Colorado’s Prop 103 tests national mood for taxes
State Senator Rollie Heath’s Proposition 103, which asks Coloradans to approve a tax increase to bolster the state’s cash-strapped schools, will be the most significant tax measure to appear before any U.S. voters this year. The Pew Center on the States calls the vote a test of public attitudes toward tough recession-year fiscal choices and for that reason will draw scrutiny in capitals coast to coast.
The specter of a proposal like 103 has been stalking the state for years and, despite the recession and heavy opposition on all sides, Heath decided now was the time to invite it out of the shadows.
Relative to other states, Colorado is wealthy but its spending on education is low. What’s more, lawmakers here as elsewhere over the past few recession-wracked years have drained hundreds of millions of dollars from the education budget to fill holes in programs paid for through the state’s general fund.
If passed, Proposition 103 would put in place a five-year plan to generate $2.9 billion. It would return Colorado to the tax rates in place before 1999 by hiking sales tax from 4.63 percent to 5 percent and income tax from 2.9 percent to 3 percent.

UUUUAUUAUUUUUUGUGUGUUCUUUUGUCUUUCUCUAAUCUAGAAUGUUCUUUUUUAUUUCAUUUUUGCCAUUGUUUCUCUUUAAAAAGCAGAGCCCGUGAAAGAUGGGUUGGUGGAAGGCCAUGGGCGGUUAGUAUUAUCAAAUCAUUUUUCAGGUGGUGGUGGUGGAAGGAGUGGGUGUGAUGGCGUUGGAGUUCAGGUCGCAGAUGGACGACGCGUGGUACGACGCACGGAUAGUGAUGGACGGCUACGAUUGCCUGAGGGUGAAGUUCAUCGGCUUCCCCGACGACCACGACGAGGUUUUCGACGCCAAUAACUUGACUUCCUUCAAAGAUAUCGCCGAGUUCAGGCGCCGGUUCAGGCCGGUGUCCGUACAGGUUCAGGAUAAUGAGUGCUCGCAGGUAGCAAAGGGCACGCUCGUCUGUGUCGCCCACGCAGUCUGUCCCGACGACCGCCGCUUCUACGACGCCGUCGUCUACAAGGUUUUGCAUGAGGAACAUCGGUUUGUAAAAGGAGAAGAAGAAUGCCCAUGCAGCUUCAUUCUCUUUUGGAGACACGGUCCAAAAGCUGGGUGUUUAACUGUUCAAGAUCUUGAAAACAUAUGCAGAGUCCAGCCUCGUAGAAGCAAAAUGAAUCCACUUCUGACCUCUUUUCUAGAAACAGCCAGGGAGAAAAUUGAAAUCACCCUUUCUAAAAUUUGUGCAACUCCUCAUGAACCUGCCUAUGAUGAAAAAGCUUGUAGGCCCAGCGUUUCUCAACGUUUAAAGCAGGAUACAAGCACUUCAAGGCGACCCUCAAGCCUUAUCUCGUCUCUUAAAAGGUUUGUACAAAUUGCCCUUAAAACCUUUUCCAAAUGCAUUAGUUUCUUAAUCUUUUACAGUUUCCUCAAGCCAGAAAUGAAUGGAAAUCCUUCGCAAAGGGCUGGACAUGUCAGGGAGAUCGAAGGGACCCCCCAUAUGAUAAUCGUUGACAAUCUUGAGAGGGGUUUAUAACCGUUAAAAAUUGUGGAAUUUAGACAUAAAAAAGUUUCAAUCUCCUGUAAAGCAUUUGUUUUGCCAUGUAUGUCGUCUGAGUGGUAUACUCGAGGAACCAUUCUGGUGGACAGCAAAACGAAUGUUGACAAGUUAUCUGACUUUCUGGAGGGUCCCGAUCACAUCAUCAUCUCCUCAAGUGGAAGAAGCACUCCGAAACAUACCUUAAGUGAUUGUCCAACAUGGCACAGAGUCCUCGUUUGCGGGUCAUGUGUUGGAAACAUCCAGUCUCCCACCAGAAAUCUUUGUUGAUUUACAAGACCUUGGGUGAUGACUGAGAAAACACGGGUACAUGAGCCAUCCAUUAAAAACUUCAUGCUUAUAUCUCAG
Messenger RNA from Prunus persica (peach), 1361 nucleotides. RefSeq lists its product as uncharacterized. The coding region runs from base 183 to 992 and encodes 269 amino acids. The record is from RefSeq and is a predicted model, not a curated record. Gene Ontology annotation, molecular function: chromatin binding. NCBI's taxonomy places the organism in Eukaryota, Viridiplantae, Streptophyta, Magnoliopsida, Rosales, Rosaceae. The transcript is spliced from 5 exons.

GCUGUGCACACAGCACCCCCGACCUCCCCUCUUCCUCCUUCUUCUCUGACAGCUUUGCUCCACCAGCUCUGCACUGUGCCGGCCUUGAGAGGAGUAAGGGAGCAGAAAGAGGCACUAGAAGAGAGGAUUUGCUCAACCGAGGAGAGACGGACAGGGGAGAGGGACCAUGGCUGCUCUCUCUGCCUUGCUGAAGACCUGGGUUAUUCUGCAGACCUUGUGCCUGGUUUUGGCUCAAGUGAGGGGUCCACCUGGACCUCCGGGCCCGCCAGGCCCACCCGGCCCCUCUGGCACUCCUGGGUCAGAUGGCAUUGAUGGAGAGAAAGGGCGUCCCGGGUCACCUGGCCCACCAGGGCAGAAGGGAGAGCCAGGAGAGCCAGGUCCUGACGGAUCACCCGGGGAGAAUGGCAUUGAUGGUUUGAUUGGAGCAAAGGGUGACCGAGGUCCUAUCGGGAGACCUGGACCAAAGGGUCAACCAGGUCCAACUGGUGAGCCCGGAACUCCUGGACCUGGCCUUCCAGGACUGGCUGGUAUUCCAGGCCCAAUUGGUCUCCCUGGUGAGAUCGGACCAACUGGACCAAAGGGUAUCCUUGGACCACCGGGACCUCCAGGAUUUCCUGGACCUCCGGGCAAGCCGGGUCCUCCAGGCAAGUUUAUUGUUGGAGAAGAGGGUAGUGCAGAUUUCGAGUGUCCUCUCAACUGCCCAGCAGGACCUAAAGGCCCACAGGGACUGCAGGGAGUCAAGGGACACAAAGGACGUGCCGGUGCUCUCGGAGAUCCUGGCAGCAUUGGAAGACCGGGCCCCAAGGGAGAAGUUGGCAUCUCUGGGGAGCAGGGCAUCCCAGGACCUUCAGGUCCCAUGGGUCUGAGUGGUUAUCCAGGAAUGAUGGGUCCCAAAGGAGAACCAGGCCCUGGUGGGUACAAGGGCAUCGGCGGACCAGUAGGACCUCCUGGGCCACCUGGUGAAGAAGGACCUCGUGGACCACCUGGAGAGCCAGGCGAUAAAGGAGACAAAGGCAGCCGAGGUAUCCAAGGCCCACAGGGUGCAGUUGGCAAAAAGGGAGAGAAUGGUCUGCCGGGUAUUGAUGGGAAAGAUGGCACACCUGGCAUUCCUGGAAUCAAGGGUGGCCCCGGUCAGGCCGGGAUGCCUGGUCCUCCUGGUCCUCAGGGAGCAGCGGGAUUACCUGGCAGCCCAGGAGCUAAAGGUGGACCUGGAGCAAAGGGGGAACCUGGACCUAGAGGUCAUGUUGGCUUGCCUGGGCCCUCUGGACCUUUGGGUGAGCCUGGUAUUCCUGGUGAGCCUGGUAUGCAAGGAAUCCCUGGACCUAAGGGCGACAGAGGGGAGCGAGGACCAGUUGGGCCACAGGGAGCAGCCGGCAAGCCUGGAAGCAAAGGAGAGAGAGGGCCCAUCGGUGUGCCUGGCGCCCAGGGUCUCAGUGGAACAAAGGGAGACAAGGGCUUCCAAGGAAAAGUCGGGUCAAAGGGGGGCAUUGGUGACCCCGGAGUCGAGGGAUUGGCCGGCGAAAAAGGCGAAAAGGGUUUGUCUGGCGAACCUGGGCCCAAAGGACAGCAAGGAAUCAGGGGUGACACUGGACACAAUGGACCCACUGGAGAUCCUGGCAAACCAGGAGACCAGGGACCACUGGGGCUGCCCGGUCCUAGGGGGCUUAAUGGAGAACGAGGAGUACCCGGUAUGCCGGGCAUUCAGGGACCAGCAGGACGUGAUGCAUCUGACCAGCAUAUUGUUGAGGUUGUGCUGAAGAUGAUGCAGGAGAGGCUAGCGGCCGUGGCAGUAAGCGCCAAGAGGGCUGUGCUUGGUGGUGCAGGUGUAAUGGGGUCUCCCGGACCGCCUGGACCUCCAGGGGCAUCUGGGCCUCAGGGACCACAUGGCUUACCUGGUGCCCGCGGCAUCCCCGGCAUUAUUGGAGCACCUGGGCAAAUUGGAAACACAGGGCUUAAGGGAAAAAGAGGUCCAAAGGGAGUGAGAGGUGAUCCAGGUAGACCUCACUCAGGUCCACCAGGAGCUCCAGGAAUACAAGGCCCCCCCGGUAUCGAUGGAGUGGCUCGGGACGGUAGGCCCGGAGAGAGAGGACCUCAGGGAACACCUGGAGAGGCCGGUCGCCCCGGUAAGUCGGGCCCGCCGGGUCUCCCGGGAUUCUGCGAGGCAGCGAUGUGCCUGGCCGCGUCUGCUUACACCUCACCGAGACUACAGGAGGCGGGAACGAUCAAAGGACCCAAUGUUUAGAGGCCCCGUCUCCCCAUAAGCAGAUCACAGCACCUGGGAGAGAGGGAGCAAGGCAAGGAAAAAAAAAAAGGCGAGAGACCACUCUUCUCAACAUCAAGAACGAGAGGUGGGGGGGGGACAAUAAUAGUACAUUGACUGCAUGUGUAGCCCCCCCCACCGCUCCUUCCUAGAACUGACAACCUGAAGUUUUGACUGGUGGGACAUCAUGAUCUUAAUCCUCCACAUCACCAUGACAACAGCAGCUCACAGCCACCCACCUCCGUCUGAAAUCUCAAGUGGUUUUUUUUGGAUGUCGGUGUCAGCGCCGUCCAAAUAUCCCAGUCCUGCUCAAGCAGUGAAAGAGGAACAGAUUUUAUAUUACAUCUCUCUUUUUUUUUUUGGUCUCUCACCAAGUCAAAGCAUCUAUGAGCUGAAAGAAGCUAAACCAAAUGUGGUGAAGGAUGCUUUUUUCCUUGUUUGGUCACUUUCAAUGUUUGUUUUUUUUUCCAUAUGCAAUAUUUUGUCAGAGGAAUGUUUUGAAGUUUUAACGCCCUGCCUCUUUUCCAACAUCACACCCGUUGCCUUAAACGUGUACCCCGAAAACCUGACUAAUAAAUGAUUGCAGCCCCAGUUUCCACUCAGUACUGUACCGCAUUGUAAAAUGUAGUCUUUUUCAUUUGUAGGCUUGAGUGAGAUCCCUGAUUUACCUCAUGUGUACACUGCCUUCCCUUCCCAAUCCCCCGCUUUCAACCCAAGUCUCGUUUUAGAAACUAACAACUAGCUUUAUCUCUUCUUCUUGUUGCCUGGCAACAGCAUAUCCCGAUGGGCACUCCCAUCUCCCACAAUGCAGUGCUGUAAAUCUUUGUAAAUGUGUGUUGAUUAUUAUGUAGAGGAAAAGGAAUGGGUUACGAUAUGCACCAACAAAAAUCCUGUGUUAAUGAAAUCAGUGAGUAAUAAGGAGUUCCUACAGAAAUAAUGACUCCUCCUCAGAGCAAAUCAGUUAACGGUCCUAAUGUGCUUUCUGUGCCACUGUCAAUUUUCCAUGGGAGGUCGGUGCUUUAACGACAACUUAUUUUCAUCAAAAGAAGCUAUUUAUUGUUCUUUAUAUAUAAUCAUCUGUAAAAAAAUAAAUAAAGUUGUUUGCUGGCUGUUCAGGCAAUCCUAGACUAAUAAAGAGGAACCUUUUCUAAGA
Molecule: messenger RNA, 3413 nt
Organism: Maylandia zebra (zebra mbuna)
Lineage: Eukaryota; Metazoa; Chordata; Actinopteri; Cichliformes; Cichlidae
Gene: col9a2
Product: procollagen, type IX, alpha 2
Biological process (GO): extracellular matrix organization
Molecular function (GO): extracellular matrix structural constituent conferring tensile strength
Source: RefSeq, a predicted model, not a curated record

Heath, a successful entrepreneur from Boulder, argues that the best investment the state can make in its economy is education. He thinks Coloradans will agree with him that the increases amount to small individual contributions that will pay long-term dividends in attracting business and creating jobs. Opponents of the measure have said the recession is the worst time to raise taxes and will force businesses to layoff employees.
As the Pew Center news website Stateline notes, Colorado’s Prop 103 “foreshadows tax-related ballot measures expected to come up in several states next year,” including Arizona, Arkansas, South Dakota and Idaho.
Debate around the proposal also echoes the national debates defining 2012 election campaigns, where Democrats call on more public-sector investment to create jobs during the recession and Republicans decry taxes and public-sector spending as “job killers.”
Wary political leaders in Colorado have steered clear of endorsing Heath’s proposal. Democratic Governor John Hickenlooper, for example, is neither supporting nor opposing 103.
Yet, polling suggests (pdf) Coloradans are evenly split on Prop 103, which Heath takes as a good sign.
“We’re the only state that’s asking voters if they’re willing to step up and support a tax increase, in this case to support our education system,” he told Stateline. “It will be very telling to the rest of the country about how people are feeling.”
Many voters here have already mailed in their ballots. Election Day is Tuesday.